Microsoft Dynamics CRM Relationship Behavior - Professional Advantage Blog
In parental relationship, any action taken on the parent record is also taken on the child entity record. For example if the parent record is shared. In Microsoft Dynamics CRM , you can use relationships to relate different entities. There are three different relationship types; 1:N, N:1, and. In the Relationship Behavior section, in the Type of Behavior list, choose one of the following options: Parental. In a parental relationship.
N relationship for that entity. For a new relationship, in the Relationship Definition section, in the Related Entity list, select the entity to be related. Note Specifying the related entity sets a default value for the Name field. If you change the related entity before you save, the value of the Name changes accordingly. Select whether this will be searchable to not. In the Lookup Field section, specify a value for the Display Name field. Important Specifying the Display Name sets a default value for the Name field.
If you change the Display Name of the lookup field before you save, the value in the Name field will not change.
As a result, be sure the Name is meaningful before saving. In the Field Requirement list, choose an option to specify data requirements for the field prior to saving a record. In the Navigation Pane Item for Primary Entity section, in the Display Option list, choose an option for displaying associated views or a custom label.
In the Relationship Behavior section, in the Type of Behavior list, choose one of the following options: In a parental relationship between two entities, any action taken on a record of the parent entity is also taken on any child entity records that are related to the primary or parent entity record.
In a referential relationship between two entities, you can navigate to any related records, but actions taken on one will not affect the other. In a referential, restrict delete relationship between two entities, you can navigate to any related records.
Create 1:N (one-to-many) or N:1 (many-to-one) relationships
Actions taken on the parent record will not be applied to the child record, but the parent record cannot be deleted while the child record exists.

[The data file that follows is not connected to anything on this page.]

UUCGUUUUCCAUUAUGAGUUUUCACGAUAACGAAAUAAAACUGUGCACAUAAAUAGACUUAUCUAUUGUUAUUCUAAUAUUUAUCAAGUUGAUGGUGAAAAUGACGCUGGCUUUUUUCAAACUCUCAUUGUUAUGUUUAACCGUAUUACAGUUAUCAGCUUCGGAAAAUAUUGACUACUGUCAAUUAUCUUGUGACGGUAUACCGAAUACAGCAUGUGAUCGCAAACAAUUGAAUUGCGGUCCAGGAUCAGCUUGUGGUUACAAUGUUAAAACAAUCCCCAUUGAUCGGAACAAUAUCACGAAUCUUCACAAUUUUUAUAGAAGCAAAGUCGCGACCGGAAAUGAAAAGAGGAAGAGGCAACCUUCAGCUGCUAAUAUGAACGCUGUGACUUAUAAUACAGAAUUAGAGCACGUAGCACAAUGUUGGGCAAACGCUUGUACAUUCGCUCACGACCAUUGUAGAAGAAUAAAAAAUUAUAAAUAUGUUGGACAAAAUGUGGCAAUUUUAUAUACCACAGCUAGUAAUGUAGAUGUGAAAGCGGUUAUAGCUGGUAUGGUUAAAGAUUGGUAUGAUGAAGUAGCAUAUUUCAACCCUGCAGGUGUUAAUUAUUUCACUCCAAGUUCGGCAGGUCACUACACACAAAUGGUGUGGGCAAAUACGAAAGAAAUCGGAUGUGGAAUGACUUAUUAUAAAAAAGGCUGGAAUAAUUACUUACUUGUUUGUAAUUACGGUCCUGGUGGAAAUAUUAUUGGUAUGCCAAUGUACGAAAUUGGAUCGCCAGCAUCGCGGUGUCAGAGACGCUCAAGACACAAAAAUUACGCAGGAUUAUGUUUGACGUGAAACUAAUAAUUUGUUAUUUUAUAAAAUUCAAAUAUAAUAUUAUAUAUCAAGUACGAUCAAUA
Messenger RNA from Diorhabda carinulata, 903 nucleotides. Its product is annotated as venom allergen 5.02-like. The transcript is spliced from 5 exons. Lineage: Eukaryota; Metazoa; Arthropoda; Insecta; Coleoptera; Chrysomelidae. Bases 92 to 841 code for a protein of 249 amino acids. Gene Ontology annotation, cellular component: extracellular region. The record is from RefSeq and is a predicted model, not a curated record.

Note that you cannot delete a record when related records exist.
In a configurable cascading relationship between two entities, you select the behavior associated with each of a set of possible actions.
Important If you set the behaviors for the actions so that they match the behaviors for the actions associated with another Type of Behavior, when you save the relationship, the Type of Behavior is automatically set to the matching type.
Select Save and Close to close the Relationship form. When your customizations are complete, publish them: To publish customizations for only the component that you are currently editing, on the Actions toolbar, select Publish.
To publish customizations for all unpublished components at one time, on the nav bar or in the Navigation Pane, select Entities, and then on the Actions toolbar, select Publish All Customizations.
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Note A custom entity cannot be the primary entity in a relationship with a related system entity that cascades. This means you cannot have a relationship with any action set to Cascade All, Cascade Active, or Cascade User-Owned between a primary custom entity and a related system entity. No new relationship can have any action set to Cascade All, Cascade Active, or Cascade User-Owned if the related entity in that relationship already exists as a related entity in another relationship that has any action set to Cascade All, Cascade Active, or Cascade User-Owned.